Before investing in any green assets or services, you should always conduct a long-term cost benefit analysis. The initial investment for some green services may be over $20,000. If they don’t shave your cost by at least $3,000 a year, they probably aren’t worth the investment.
Determine which green investments will have the best pay off over the next 10 years. Make these investments before anything else. Then compare your options within each of those categories.
Implementing green changes without a plan
Effective, long-term planning is the key to business success. This principle needs to be applied to green organizations as well.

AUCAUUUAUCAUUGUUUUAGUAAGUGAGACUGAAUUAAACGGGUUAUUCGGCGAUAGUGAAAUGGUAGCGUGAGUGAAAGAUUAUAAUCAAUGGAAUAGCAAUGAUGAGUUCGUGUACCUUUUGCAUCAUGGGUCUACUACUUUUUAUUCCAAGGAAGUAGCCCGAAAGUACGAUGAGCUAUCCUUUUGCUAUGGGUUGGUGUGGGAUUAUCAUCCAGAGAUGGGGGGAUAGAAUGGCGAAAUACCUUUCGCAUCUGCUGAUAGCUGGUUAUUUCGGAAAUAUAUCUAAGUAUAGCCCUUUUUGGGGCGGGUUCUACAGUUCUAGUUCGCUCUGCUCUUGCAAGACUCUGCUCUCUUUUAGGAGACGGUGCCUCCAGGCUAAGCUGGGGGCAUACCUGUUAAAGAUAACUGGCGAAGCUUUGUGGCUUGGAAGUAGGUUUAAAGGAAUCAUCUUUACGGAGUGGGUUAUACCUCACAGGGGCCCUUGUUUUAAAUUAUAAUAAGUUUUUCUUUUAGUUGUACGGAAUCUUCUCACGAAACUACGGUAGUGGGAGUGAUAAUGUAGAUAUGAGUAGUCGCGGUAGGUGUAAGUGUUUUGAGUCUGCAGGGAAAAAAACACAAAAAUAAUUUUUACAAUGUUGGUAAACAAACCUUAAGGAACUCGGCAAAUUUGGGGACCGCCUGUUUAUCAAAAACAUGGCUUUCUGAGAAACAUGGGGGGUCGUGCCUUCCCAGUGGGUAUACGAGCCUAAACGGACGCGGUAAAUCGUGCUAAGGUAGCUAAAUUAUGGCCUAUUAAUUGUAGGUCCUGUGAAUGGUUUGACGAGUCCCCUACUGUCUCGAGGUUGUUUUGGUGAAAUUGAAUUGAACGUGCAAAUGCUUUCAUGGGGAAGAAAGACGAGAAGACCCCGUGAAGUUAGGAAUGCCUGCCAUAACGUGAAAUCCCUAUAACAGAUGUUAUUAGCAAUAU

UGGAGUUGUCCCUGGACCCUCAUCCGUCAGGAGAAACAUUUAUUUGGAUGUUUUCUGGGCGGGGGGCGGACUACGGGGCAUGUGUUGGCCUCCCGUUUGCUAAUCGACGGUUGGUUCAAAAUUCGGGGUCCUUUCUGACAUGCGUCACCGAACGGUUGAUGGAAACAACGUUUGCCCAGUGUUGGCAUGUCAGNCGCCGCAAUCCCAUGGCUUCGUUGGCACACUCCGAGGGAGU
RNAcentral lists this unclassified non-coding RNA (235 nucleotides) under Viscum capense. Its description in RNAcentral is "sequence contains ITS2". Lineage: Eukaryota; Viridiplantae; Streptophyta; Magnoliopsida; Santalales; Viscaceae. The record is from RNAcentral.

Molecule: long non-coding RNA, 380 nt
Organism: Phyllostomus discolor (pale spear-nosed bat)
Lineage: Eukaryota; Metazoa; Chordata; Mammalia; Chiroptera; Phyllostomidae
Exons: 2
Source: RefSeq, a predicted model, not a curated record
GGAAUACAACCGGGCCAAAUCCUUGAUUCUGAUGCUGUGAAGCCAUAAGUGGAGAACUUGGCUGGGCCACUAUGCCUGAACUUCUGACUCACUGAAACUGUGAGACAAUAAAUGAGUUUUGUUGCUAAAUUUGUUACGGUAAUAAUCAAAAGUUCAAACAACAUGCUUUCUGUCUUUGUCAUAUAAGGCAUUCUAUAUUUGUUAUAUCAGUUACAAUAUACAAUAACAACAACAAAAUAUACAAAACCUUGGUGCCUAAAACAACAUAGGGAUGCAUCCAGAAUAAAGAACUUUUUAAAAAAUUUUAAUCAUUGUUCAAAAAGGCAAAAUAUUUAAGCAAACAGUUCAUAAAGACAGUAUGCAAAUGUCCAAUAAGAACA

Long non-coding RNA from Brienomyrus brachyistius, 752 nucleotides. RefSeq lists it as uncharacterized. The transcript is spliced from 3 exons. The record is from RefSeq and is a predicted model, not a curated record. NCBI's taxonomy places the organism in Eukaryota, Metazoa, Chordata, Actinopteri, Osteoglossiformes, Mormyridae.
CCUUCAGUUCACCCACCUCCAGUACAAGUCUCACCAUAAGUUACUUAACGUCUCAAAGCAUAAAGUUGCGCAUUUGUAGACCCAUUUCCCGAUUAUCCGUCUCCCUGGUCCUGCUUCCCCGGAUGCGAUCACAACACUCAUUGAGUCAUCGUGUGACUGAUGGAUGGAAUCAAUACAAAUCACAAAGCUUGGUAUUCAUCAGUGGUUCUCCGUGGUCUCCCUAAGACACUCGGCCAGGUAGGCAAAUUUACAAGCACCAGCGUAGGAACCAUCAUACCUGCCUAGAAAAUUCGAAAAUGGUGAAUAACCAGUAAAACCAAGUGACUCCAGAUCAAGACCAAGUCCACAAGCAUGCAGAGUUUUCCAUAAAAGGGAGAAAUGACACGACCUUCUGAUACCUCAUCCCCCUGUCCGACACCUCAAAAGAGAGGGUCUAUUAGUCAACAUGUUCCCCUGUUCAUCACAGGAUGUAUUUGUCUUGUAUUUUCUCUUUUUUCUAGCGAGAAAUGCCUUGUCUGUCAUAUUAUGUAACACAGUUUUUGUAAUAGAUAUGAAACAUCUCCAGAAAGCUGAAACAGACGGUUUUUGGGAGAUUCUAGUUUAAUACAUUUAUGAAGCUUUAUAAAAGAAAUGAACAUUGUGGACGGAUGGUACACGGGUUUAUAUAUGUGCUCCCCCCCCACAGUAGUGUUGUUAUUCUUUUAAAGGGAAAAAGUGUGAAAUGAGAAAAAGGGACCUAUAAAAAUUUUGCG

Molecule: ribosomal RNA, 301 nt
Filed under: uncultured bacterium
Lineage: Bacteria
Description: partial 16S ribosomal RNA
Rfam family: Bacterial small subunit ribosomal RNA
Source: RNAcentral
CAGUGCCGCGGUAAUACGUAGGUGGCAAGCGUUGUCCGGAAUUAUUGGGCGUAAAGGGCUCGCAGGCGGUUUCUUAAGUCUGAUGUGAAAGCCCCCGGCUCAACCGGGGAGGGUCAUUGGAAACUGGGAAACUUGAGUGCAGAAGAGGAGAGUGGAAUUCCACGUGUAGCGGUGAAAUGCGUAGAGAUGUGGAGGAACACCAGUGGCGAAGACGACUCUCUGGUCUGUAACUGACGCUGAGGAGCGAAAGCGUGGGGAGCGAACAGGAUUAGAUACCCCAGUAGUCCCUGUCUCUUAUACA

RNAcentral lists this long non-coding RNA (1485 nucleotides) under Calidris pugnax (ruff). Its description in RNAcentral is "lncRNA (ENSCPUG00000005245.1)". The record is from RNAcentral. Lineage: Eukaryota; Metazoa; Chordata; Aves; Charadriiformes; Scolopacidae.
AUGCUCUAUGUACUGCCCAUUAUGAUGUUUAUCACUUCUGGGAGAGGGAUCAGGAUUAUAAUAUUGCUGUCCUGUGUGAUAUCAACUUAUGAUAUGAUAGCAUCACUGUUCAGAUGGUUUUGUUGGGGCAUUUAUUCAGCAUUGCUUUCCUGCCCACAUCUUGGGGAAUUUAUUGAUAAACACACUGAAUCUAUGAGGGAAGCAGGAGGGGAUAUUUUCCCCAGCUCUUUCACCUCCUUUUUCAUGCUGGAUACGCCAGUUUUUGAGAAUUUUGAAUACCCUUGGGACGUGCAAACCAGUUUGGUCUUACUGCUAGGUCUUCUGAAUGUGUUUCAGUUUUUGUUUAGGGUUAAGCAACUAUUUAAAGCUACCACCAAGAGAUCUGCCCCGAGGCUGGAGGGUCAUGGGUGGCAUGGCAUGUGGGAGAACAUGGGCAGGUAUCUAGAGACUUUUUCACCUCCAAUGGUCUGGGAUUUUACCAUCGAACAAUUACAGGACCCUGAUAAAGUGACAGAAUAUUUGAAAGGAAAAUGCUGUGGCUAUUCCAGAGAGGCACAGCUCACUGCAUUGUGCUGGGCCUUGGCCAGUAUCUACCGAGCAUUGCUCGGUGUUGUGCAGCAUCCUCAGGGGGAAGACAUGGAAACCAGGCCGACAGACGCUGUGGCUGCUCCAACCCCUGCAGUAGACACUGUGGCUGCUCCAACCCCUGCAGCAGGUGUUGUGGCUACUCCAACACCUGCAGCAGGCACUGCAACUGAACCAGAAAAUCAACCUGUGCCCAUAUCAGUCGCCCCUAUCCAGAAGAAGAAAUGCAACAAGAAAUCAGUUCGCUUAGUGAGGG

Before implementing a green strategy, you must answer the following questions:
- How will I communicate my green business philosophy to my customers?
- How will running a green business affect my revenue stream?
- How will adopting green business strategies change my monthly expenses? Will they increase or decrease them?
- How will my company finance green upgrades and other investments?
The biggest mistake that too many green businesses make is being overly optimistic with these forecasts. Take the time to collect objective data and make your decisions accordingly. This will help you run a much more profitable green business.
Not considering the benefits of green printing
Too many companies believe that going paperless is the only way to run a green organization. Unfortunately, going 100% paperless it’s not feasible for most companies.
Rather than aim for an unrealistic goal, consider the option of using a more environmentally friendly printer. It won’t be perfect, but it will be better than the alternative.